What about you? How much water from the bucket will you give to taking care of yourself? All the things I mentioned are important but none as important as making sure you pay attention to your own needs.

Paying attention to these 5 concepts will enable you to rightsize your life.  There will be times when life is rolling along and then you hit a bump in the road. When you have a grasp of these key concepts you can shift gears and pay more attention to the aspect of your life that needs you, rightsizing your life in the moment.

A woman practicing yoga - a form of self-care
Young woman practicing breathing yoga pranayama outdoors in moss forest on background of waterfall. Unity with nature concept

Diane N. Quintana is a Certified Professional Organizer®, Certified Professional Organizer in Chronic Disorganization®, Master Trainer and owner of DNQ Solutions, LLC based in Atlanta, Georgia. Diane teaches busy people how to become organized and provides them with strategies and solutions for maintaining order in their lives. She specializes in residential and home-office organizing and in working with people affected by ADD, Hoarding, and chronic disorganization.


  • This makes so much sense. Right sizing is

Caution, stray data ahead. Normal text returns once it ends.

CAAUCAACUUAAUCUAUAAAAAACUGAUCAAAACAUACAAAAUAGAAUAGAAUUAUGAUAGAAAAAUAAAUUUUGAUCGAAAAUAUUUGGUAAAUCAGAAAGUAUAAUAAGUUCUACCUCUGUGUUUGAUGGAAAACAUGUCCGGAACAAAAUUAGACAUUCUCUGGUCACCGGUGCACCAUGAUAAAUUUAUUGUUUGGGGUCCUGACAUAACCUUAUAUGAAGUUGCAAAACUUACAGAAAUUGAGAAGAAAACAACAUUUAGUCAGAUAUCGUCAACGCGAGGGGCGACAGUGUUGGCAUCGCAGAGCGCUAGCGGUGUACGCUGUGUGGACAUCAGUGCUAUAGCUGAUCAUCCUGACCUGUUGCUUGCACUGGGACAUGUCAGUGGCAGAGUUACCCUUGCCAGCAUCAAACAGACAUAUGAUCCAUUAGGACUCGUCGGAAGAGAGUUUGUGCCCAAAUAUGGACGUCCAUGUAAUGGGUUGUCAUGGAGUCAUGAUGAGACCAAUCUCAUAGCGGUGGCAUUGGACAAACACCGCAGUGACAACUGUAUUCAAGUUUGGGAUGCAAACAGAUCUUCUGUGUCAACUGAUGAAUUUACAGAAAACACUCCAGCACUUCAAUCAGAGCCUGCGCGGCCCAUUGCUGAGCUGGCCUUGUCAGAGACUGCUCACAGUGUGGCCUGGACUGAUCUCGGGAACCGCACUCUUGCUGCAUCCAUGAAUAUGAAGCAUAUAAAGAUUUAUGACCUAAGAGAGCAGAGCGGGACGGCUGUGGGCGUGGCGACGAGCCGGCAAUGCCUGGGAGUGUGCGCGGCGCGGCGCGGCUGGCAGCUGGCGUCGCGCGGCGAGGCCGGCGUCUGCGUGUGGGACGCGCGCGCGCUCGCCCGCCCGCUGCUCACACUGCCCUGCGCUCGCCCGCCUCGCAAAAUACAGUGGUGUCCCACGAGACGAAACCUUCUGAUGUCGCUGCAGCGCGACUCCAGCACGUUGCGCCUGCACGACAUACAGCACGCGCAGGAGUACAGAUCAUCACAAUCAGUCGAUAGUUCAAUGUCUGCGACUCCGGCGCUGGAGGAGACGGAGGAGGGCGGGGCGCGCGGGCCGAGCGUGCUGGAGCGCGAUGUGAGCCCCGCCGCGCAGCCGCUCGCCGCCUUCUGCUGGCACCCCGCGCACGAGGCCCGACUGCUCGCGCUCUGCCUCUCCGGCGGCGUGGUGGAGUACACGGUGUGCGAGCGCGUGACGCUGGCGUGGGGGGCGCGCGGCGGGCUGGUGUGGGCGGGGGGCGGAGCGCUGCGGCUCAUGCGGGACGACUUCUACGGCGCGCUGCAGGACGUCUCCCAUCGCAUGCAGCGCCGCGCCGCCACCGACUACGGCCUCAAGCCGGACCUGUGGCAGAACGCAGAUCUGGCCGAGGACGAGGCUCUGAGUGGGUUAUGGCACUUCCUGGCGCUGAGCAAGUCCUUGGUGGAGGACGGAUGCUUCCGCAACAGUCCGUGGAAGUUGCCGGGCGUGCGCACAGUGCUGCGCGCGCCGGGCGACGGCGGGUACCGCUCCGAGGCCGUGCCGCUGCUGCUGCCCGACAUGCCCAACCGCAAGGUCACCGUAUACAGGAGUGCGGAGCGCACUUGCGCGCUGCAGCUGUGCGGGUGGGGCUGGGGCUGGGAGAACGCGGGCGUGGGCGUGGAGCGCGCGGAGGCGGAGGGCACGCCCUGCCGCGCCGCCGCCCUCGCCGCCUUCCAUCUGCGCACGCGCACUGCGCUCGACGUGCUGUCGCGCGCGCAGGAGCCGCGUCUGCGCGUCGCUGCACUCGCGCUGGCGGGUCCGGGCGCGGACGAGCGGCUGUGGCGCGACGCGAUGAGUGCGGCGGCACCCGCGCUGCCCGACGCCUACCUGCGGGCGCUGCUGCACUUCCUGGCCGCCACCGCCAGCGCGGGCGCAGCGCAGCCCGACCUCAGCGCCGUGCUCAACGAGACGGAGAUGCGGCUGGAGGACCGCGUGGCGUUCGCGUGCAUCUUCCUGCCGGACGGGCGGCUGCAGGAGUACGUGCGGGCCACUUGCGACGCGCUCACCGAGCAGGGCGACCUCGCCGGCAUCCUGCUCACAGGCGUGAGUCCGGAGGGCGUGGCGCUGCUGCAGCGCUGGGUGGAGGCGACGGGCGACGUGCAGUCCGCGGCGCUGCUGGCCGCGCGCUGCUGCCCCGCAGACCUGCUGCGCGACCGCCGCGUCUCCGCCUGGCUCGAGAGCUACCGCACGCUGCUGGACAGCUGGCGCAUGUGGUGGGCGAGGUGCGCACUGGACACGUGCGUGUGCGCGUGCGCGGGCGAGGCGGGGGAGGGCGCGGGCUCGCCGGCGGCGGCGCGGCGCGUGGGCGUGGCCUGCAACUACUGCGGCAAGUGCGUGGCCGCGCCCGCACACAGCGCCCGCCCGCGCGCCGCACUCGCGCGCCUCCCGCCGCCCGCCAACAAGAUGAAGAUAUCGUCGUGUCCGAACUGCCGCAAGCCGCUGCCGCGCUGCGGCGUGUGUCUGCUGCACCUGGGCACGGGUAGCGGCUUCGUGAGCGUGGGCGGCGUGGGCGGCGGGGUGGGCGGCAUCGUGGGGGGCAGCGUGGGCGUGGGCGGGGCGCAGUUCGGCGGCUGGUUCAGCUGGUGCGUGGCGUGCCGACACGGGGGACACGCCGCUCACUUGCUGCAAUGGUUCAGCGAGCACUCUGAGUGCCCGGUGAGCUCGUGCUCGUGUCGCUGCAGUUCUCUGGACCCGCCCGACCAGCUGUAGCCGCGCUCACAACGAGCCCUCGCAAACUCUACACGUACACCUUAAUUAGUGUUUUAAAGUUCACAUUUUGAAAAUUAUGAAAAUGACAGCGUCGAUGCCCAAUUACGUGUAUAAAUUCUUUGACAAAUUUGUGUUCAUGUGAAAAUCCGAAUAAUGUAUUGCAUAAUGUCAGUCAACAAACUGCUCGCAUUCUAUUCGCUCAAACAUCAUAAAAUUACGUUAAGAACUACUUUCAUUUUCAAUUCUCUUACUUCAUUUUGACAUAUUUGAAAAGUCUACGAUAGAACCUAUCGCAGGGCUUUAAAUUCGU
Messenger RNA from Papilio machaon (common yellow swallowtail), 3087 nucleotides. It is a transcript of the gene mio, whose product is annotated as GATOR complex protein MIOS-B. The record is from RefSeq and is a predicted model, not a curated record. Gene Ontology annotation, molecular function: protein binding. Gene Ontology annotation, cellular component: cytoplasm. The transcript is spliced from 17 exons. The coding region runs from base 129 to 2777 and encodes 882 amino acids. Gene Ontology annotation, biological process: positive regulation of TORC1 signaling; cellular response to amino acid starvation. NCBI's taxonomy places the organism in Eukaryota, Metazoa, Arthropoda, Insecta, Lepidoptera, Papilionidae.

an ideal term. What was right for us at a one time in our lives may not be right for us now.

    Everything changes, right? Nothing stays the same. Figuring out what is next, including self-care and boundaries and timing is necessary.

    I love this post!

  • Lucy Kelly says:

    Your analogy of a bucket full of water for each day really brought the concept home for me. Such a vivid picture of all the water pouring over one area of life – nice for that area, although perhaps even then, a little much. But the other areas are parched! Your image is such an effective way to help me rightsize my day – what’s getting overwatered, what could use some attention? It’s an image I can pull up throughout the day to help me reset. Thank you!

  • This is all great information. I think everyone needs to rethink what they are focusing on every once in awhile and to create new routines and set new boundaries.

  • Sheri Steed says: